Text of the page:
DB here, boasting about Kristin:
Our series on the Criterion Channel  on FilmStruck  continues with this month’s entry, Kristin on M  as an exceptionally rich sound film. She talks about how Lang adapted silent-film techniques to the demands of sound while also using sound to achieve effects that couldn’t be achieved purely through images.
Watching her discussion and the clips, I was reminded of what a precise director Lang was–a unique mixture of stylistic flamboyance and swift economy. You see that mix in silent masterpieces like the Mabuse films, Metropolis, The Niebelungen, and Spione. In various entries (here  and here  and here ) I’ve dwelt on his poised, meticulous compositions that use the entire frame area. Sound gave him a new set of resources for dynamic expression. Rather than becoming more conventional, Lang’s American films seem to subtly absorb the discoveries of M. Examples are the tapping of the “blind” man’s cane in Ministry of Fear and the ominously croaking frogs in You Only Live Once. And the propulsive sound cuts in his last film, The Thousand Eyes of Dr. Mabuse, show that he never forgot that sound could be edited as freely as images.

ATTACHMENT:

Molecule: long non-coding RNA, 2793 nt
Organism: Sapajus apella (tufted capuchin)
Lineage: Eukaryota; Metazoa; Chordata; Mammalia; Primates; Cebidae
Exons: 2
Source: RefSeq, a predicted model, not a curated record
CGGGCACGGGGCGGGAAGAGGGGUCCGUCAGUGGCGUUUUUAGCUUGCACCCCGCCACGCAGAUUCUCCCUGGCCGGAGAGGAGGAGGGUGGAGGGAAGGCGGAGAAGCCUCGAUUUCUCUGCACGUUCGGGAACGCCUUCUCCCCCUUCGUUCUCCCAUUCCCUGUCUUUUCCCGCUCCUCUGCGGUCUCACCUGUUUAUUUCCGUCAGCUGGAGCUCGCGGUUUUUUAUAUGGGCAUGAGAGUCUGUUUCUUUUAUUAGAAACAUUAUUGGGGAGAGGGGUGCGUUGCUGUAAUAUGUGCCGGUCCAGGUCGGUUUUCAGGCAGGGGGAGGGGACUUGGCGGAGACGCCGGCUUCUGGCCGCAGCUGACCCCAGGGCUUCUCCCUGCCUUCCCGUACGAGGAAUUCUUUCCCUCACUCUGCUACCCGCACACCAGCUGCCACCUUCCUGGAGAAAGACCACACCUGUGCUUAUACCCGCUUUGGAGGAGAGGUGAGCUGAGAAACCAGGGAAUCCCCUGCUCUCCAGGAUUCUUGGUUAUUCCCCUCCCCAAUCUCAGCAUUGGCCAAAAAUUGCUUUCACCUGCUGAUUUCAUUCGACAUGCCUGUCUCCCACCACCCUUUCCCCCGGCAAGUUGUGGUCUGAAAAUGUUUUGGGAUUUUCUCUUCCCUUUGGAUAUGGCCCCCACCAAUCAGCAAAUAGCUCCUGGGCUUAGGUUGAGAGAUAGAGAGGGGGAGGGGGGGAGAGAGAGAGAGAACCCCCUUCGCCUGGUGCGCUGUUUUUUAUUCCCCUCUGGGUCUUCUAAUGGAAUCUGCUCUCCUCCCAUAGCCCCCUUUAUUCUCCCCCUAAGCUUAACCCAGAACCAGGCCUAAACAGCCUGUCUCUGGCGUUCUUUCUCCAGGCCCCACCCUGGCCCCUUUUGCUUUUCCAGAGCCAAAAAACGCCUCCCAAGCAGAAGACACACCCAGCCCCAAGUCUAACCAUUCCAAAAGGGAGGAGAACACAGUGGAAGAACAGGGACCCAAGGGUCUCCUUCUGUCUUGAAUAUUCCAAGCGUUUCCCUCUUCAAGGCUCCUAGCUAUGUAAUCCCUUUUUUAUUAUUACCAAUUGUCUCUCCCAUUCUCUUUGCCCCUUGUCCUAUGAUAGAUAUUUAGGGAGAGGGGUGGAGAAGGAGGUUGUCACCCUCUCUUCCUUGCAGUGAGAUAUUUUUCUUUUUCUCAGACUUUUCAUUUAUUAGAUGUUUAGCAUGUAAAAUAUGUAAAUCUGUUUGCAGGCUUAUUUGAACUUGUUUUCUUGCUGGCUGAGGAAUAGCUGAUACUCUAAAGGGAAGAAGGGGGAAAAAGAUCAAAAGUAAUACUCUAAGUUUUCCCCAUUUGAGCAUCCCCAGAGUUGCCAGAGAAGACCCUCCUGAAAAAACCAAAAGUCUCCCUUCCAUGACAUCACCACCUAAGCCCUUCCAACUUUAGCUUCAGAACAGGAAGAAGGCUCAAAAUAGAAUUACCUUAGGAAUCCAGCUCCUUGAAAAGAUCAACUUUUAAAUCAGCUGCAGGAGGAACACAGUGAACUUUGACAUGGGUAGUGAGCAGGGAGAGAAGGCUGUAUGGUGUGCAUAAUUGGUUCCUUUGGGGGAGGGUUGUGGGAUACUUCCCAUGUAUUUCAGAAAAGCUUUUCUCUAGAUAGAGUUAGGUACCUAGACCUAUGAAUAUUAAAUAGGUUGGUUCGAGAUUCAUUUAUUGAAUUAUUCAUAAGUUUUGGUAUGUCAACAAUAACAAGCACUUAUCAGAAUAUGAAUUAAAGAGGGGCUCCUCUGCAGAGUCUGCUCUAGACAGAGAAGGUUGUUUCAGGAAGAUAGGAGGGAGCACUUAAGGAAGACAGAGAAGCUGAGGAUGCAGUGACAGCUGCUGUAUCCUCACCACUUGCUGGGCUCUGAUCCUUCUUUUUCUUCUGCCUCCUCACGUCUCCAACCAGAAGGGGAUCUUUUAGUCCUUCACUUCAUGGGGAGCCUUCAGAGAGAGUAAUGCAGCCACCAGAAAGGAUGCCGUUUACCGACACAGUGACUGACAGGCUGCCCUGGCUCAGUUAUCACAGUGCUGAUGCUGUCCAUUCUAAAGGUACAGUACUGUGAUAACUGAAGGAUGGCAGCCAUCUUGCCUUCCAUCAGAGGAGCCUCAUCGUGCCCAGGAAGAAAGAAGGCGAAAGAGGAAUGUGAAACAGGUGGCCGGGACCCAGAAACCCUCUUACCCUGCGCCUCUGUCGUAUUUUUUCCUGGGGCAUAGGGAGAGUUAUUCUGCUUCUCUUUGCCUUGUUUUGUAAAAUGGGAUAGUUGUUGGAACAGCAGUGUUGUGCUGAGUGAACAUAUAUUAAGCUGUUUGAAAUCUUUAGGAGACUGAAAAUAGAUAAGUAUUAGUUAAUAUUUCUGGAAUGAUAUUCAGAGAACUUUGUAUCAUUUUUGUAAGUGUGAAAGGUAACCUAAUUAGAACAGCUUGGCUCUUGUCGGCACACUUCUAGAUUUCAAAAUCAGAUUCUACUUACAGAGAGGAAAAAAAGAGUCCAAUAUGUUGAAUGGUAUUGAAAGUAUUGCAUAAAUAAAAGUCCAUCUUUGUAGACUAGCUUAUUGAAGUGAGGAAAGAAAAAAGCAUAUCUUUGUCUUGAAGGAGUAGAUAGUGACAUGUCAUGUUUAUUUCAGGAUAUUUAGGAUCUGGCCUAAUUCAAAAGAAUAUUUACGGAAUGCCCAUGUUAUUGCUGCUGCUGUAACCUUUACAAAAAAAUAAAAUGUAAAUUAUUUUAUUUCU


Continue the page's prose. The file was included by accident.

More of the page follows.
You can sample a clip from the episode at On the Channel at Criterion’s site. A complete list of the Observations on Film Art series (eleven already!) is here . Go here  for blog entries offering background on those installments.
Thanks as ever to Peter Becker, Kim Hendrickson, Grant Delin, and all their teammates at Criterion.